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Global Income Inequality, 1820-2020: The Persistence and Mutation of Extreme Inequality

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  • Lucas Chancel

    (WIL - World Inequality Lab , PSE - Paris School of Economics - ENPC - École des Ponts ParisTech - ENS-PSL - École normale supérieure - Paris - PSL - Université Paris sciences et lettres - UP1 - Université Paris 1 Panthéon-Sorbonne - CNRS - Centre National de la Recherche Scientifique - EHESS - École des hautes études en sciences sociales - INRAE - Institut National de Recherche pour l’Agriculture, l’Alimentation et l’Environnement, PJSE - Paris Jourdan Sciences Economiques - UP1 - Université Paris 1 Panthéon-Sorbonne - ENS-PSL - École normale supérieure - Paris - PSL - Université Paris sciences et lettres - EHESS - École des hautes études en sciences sociales - ENPC - École des Ponts ParisTech - CNRS - Centre National de la Recherche Scientifique - INRAE - Institut National de Recherche pour l’Agriculture, l’Alimentation et l’Environnement)

  • Thomas Piketty

    (WIL - World Inequality Lab , PSE - Paris School of Economics - ENPC - École des Ponts ParisTech - ENS-PSL - École normale supérieure - Paris - PSL - Université Paris sciences et lettres - UP1 - Université Paris 1 Panthéon-Sorbonne - CNRS - Centre National de la Recherche Scientifique - EHESS - École des hautes études en sciences sociales - INRAE - Institut National de Recherche pour l’Agriculture, l’Alimentation et l’Environnement, PJSE - Paris Jourdan Sciences Economiques - UP1 - Université Paris 1 Panthéon-Sorbonne - ENS-PSL - École normale supérieure - Paris - PSL - Université Paris sciences et lettres - EHESS - École des hautes études en sciences sociales - ENPC - École des Ponts ParisTech - CNRS - Centre National de la Recherche Scientifique - INRAE - Institut National de Recherche pour l’Agriculture, l’Alimentation et l’Environnement)

Abstract

In this paper, we mobilize newly available historical series from the World Inequality Database to construct world income distribution estimates from 1820 to 2020. We find that the level of global income inequality has always been very large, reflecting the persistence of a highly hierarchical world economic system. Global inequality increased between 1820 and 1910, in the context of the rise of Western dominance and colonial empires, and then stabilized at a very high level between 1910 and 2020. Between 1820 and 1910, both between-country and within-country inequality were increasing. In contrast, these two components of global inequality have moved separately between 1910 and 2020: within-country inequality dropped in 1910- 1980 (while between-country inequality kept increasing) but rose in 1980-2020 (while between-country inequality started to decline). As a consequence of these contradictory and compensating evolutions, early 21st century neo-colonial capitalism involves similar levels of inequality as early 20th century colonial capitalism, though it is based upon a different set of rules and institutions. We also discuss how alternative rules such as fiscal revenue sharing could lead to a significant drop in global inequality.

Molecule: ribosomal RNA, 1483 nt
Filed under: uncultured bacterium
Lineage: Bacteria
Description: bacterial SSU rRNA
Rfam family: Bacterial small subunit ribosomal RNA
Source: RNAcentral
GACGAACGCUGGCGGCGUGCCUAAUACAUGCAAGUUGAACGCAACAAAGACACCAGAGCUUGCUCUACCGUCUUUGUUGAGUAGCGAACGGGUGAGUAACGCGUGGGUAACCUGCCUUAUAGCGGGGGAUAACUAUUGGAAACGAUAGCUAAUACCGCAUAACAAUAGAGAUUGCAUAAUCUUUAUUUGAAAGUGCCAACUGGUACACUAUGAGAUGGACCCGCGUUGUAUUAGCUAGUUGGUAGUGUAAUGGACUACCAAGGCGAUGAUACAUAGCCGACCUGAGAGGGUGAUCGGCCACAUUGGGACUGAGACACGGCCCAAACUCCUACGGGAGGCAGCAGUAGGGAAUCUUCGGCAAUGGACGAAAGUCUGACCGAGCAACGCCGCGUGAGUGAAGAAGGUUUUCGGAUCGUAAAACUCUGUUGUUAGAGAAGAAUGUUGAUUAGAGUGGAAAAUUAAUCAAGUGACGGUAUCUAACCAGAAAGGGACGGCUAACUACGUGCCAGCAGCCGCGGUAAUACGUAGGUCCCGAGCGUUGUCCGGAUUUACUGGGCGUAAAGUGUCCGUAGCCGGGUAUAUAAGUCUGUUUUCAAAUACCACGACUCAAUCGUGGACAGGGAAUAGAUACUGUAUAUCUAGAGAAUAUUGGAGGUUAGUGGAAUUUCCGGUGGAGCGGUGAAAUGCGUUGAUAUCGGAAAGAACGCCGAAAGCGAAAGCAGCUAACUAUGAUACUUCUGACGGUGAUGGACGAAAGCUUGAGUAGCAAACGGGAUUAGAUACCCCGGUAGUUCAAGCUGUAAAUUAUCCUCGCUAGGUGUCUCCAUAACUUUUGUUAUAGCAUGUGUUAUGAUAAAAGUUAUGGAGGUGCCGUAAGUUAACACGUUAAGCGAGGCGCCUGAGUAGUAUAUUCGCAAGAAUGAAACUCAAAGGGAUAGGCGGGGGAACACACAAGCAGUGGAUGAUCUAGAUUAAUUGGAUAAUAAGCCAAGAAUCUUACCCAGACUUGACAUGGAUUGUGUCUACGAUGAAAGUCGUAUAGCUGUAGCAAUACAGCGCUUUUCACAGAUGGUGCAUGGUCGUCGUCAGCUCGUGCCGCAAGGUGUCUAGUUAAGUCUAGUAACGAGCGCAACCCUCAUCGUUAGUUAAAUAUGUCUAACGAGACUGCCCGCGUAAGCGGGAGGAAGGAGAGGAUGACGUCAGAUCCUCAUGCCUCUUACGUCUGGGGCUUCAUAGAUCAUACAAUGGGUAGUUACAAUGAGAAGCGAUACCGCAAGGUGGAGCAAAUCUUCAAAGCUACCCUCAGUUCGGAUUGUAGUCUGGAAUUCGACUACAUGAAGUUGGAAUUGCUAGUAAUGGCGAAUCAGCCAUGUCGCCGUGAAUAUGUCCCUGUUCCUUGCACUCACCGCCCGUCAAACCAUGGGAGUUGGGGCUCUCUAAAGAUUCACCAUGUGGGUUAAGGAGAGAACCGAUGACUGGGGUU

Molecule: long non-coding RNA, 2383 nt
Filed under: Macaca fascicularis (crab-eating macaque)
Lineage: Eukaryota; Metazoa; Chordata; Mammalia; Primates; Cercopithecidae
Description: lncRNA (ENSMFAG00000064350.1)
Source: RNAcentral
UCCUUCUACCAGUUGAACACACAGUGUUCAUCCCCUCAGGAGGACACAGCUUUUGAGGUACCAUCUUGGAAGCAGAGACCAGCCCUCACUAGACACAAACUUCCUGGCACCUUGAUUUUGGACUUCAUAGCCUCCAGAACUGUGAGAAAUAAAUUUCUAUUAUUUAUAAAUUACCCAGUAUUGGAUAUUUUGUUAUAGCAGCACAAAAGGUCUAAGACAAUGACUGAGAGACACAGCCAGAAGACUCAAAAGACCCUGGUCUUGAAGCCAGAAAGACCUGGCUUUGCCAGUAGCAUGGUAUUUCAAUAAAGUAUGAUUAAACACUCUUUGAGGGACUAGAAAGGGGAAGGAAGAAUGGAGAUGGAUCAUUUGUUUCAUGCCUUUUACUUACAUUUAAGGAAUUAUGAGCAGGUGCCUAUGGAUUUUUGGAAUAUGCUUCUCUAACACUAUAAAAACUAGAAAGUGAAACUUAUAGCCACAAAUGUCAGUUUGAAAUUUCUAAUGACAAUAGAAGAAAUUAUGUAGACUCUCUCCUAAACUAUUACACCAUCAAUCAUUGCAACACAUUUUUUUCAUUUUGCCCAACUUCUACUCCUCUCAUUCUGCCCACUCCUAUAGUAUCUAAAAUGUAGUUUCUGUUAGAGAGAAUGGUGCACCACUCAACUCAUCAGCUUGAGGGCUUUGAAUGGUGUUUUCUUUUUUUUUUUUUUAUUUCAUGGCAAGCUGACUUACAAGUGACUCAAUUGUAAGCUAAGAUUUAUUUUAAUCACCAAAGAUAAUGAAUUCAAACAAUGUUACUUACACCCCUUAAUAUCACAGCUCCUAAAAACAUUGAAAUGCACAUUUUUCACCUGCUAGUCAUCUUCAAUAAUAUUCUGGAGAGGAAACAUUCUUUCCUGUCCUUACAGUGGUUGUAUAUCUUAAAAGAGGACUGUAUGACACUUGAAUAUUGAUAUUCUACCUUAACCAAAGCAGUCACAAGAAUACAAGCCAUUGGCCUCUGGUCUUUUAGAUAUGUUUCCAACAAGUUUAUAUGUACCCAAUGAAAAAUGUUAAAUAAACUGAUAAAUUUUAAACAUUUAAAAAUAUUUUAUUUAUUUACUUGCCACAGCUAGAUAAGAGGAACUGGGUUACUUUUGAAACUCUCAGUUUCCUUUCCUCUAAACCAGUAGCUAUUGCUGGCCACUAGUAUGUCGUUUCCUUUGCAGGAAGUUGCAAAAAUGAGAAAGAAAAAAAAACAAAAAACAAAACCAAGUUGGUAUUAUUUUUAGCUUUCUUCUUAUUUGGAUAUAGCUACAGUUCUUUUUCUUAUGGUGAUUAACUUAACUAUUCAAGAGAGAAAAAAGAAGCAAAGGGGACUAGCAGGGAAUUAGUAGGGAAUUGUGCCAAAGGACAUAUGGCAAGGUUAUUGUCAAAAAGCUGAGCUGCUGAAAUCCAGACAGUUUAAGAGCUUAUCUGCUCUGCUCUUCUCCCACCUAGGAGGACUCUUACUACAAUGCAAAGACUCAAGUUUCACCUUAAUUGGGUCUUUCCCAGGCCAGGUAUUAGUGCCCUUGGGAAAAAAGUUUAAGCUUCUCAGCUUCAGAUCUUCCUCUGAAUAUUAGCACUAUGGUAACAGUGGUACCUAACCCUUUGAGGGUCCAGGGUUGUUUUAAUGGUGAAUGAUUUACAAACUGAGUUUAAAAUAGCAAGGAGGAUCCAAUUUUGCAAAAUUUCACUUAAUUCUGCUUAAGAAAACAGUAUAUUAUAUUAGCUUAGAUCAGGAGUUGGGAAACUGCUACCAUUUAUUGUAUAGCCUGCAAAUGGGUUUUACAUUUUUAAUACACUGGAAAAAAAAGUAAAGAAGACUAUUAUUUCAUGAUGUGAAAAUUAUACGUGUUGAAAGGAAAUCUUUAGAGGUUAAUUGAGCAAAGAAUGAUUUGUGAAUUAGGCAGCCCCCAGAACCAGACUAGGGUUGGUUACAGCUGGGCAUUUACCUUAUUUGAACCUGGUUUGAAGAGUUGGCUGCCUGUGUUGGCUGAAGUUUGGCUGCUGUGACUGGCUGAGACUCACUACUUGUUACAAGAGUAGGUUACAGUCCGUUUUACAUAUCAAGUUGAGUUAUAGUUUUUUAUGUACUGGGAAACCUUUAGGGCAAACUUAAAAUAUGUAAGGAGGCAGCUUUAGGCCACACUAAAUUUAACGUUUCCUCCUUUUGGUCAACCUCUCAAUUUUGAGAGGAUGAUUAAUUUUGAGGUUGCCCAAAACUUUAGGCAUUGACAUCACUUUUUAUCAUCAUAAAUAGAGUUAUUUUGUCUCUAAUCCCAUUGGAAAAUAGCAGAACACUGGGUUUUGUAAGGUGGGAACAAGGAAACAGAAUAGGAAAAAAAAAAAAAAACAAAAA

Suggested Citation

  • Lucas Chancel & Thomas Piketty, 2021. "Global Income Inequality, 1820-2020: The Persistence and Mutation of Extreme Inequality," World Inequality Lab Working Papers halshs-03321887, HAL.
  • Handle: RePEc:hal:wilwps:halshs-03321887
    Note: View the original document on HAL open archive server: https://halshs.archives-ouvertes.fr/halshs-03321887
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    References listed on IDEAS

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    1. Parthasarathi,Prasannan, 2011. "Why Europe Grew Rich and Asia Did Not," Cambridge Books, Cambridge University Press, number 9780521168243.
    2. Peter Lindert, 2004. "Social Spending and Economic Growth," Challenge, Taylor & Francis Journals, vol. 47(4), pages 6-16.
    3. Parthasarathi,Prasannan, 2011. "Why Europe Grew Rich and Asia Did Not," Cambridge Books, Cambridge University Press, number 9781107000308.
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    Cited by:

    1. Michael Dauderstädt, 2022. "International Inequality and the COVID-19 Pandemic," Intereconomics: Review of European Economic Policy, Springer;ZBW - Leibniz Information Centre for Economics;Centre for European Policy Studies (CEPS), vol. 57(1), pages 40-46, January.
    2. Ranaldi, Marco, 2021. "Global Distributions of Capital and Labor Incomes: Capitalization of the Global Middle Class," SocArXiv 3g59r, Center for Open Science.

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    JEL classification:

    • N30 - Economic History - - Labor and Consumers, Demography, Education, Health, Welfare, Income, Wealth, Religion, and Philanthropy - - - General, International, or Comparative
    • O10 - Economic Development, Innovation, Technological Change, and Growth - - Economic Development - - - General
    • O40 - Economic Development, Innovation, Technological Change, and Growth - - Economic Growth and Aggregate Productivity - - - General

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